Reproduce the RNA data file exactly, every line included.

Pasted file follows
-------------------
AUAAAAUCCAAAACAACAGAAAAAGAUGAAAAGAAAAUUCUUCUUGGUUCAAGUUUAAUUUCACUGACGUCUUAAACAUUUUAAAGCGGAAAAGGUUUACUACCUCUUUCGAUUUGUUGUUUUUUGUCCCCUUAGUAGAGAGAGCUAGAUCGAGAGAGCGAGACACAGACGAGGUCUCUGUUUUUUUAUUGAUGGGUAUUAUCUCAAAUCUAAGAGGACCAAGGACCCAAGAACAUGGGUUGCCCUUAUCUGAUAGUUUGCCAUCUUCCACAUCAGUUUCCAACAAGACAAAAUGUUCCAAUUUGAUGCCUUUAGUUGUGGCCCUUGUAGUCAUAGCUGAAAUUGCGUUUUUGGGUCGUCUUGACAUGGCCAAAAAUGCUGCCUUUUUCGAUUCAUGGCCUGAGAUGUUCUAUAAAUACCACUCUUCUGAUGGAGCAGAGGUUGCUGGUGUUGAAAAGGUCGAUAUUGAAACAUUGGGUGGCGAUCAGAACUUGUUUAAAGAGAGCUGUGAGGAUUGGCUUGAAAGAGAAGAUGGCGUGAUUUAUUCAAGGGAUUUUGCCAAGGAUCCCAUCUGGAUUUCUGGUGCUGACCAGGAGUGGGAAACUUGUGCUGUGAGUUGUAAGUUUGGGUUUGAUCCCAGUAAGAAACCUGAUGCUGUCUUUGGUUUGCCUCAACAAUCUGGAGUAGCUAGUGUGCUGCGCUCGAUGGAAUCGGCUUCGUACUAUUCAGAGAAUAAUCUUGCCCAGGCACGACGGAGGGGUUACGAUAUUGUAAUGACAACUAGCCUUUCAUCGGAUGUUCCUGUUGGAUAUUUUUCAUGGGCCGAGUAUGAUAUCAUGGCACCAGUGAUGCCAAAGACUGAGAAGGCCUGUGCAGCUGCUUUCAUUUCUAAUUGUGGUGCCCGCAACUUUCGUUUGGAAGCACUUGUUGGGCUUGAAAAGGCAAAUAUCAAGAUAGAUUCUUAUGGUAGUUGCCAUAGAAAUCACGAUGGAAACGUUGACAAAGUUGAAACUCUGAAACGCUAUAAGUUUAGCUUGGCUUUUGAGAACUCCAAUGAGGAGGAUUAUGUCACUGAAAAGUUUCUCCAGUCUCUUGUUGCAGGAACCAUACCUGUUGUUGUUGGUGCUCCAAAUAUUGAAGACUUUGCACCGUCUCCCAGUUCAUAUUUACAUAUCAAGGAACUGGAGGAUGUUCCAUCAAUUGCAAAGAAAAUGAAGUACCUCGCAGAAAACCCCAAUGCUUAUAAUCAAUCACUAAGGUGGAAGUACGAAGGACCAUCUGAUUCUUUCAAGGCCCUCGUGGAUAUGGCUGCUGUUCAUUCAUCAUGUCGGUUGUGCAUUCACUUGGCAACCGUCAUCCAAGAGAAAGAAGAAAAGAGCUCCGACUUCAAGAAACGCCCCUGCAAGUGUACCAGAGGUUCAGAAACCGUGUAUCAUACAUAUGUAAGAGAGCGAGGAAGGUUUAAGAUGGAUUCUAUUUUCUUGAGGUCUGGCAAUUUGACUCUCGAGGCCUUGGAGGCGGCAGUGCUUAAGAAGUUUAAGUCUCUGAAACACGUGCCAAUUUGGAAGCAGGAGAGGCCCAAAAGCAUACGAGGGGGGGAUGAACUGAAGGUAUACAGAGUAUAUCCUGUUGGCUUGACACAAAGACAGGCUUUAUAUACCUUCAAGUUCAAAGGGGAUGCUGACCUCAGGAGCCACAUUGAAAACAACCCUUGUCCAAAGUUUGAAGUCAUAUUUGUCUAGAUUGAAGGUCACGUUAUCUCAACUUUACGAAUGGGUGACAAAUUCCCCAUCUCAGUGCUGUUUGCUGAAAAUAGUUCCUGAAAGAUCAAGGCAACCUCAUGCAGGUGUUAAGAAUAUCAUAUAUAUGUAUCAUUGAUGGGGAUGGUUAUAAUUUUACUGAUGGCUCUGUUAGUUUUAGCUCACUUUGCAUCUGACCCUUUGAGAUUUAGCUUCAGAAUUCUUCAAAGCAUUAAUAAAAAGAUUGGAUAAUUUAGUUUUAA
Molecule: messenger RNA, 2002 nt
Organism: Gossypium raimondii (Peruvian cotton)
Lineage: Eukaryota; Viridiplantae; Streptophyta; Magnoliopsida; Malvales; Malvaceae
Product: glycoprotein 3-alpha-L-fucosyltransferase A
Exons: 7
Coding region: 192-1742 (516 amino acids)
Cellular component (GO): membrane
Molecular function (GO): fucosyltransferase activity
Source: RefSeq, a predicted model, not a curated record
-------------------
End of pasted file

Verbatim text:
AUAAAAUCCAAAACAACAGAAAAAGAUGAAAAGAAAAUUCUUCUUGGUUCAAGUUUAAUUUCACUGACGUCUUAAACAUUUUAAAGCGGAAAAGGUUUACUACCUCUUUCGAUUUGUUGUUUUUUGUCCCCUUAGUAGAGAGAGCUAGAUCGAGAGAGCGAGACACAGACGAGGUCUCUGUUUUUUUAUUGAUGGGUAUUAUCUCAAAUCUAAGAGGACCAAGGACCCAAGAACAUGGGUUGCCCUUAUCUGAUAGUUUGCCAUCUUCCACAUCAGUUUCCAACAAGACAAAAUGUUCCAAUUUGAUGCCUUUAGUUGUGGCCCUUGUAGUCAUAGCUGAAAUUGCGUUUUUGGGUCGUCUUGACAUGGCCAAAAAUGCUGCCUUUUUCGAUUCAUGGCCUGAGAUGUUCUAUAAAUACCACUCUUCUGAUGGAGCAGAGGUUGCUGGUGUUGAAAAGGUCGAUAUUGAAACAUUGGGUGGCGAUCAGAACUUGUUUAAAGAGAGCUGUGAGGAUUGGCUUGAAAGAGAAGAUGGCGUGAUUUAUUCAAGGGAUUUUGCCAAGGAUCCCAUCUGGAUUUCUGGUGCUGACCAGGAGUGGGAAACUUGUGCUGUGAGUUGUAAGUUUGGGUUUGAUCCCAGUAAGAAACCUGAUGCUGUCUUUGGUUUGCCUCAACAAUCUGGAGUAGCUAGUGUGCUGCGCUCGAUGGAAUCGGCUUCGUACUAUUCAGAGAAUAAUCUUGCCCAGGCACGACGGAGGGGUUACGAUAUUGUAAUGACAACUAGCCUUUCAUCGGAUGUUCCUGUUGGAUAUUUUUCAUGGGCCGAGUAUGAUAUCAUGGCACCAGUGAUGCCAAAGACUGAGAAGGCCUGUGCAGCUGCUUUCAUUUCUAAUUGUGGUGCCCGCAACUUUCGUUUGGAAGCACUUGUUGGGCUUGAAAAGGCAAAUAUCAAGAUAGAUUCUUAUGGUAGUUGCCAUAGAAAUCACGAUGGAAACGUUGACAAAGUUGAAACUCUGAAACGCUAUAAGUUUAGCUUGGCUUUUGAGAACUCCAAUGAGGAGGAUUAUGUCACUGAAAAGUUUCUCCAGUCUCUUGUUGCAGGAACCAUACCUGUUGUUGUUGGUGCUCCAAAUAUUGAAGACUUUGCACCGUCUCCCAGUUCAUAUUUACAUAUCAAGGAACUGGAGGAUGUUCCAUCAAUUGCAAAGAAAAUGAAGUACCUCGCAGAAAACCCCAAUGCUUAUAAUCAAUCACUAAGGUGGAAGUACGAAGGACCAUCUGAUUCUUUCAAGGCCCUCGUGGAUAUGGCUGCUGUUCAUUCAUCAUGUCGGUUGUGCAUUCACUUGGCAACCGUCAUCCAAGAGAAAGAAGAAAAGAGCUCCGACUUCAAGAAACGCCCCUGCAAGUGUACCAGAGGUUCAGAAACCGUGUAUCAUACAUAUGUAAGAGAGCGAGGAAGGUUUAAGAUGGAUUCUAUUUUCUUGAGGUCUGGCAAUUUGACUCUCGAGGCCUUGGAGGCGGCAGUGCUUAAGAAGUUUAAGUCUCUGAAACACGUGCCAAUUUGGAAGCAGGAGAGGCCCAAAAGCAUACGAGGGGGGGAUGAACUGAAGGUAUACAGAGUAUAUCCUGUUGGCUUGACACAAAGACAGGCUUUAUAUACCUUCAAGUUCAAAGGGGAUGCUGACCUCAGGAGCCACAUUGAAAACAACCCUUGUCCAAAGUUUGAAGUCAUAUUUGUCUAGAUUGAAGGUCACGUUAUCUCAACUUUACGAAUGGGUGACAAAUUCCCCAUCUCAGUGCUGUUUGCUGAAAAUAGUUCCUGAAAGAUCAAGGCAACCUCAUGCAGGUGUUAAGAAUAUCAUAUAUAUGUAUCAUUGAUGGGGAUGGUUAUAAUUUUACUGAUGGCUCUGUUAGUUUUAGCUCACUUUGCAUCUGACCCUUUGAGAUUUAGCUUCAGAAUUCUUCAAAGCAUUAAUAAAAAGAUUGGAUAAUUUAGUUUUAA
Molecule: messenger RNA, 2002 nt
Organism: Gossypium raimondii (Peruvian cotton)
Lineage: Eukaryota; Viridiplantae; Streptophyta; Magnoliopsida; Malvales; Malvaceae
Product: glycoprotein 3-alpha-L-fucosyltransferase A
Exons: 7
Coding region: 192-1742 (516 amino acids)
Cellular component (GO): membrane
Molecular function (GO): fucosyltransferase activity
Source: RefSeq, a predicted model, not a curated record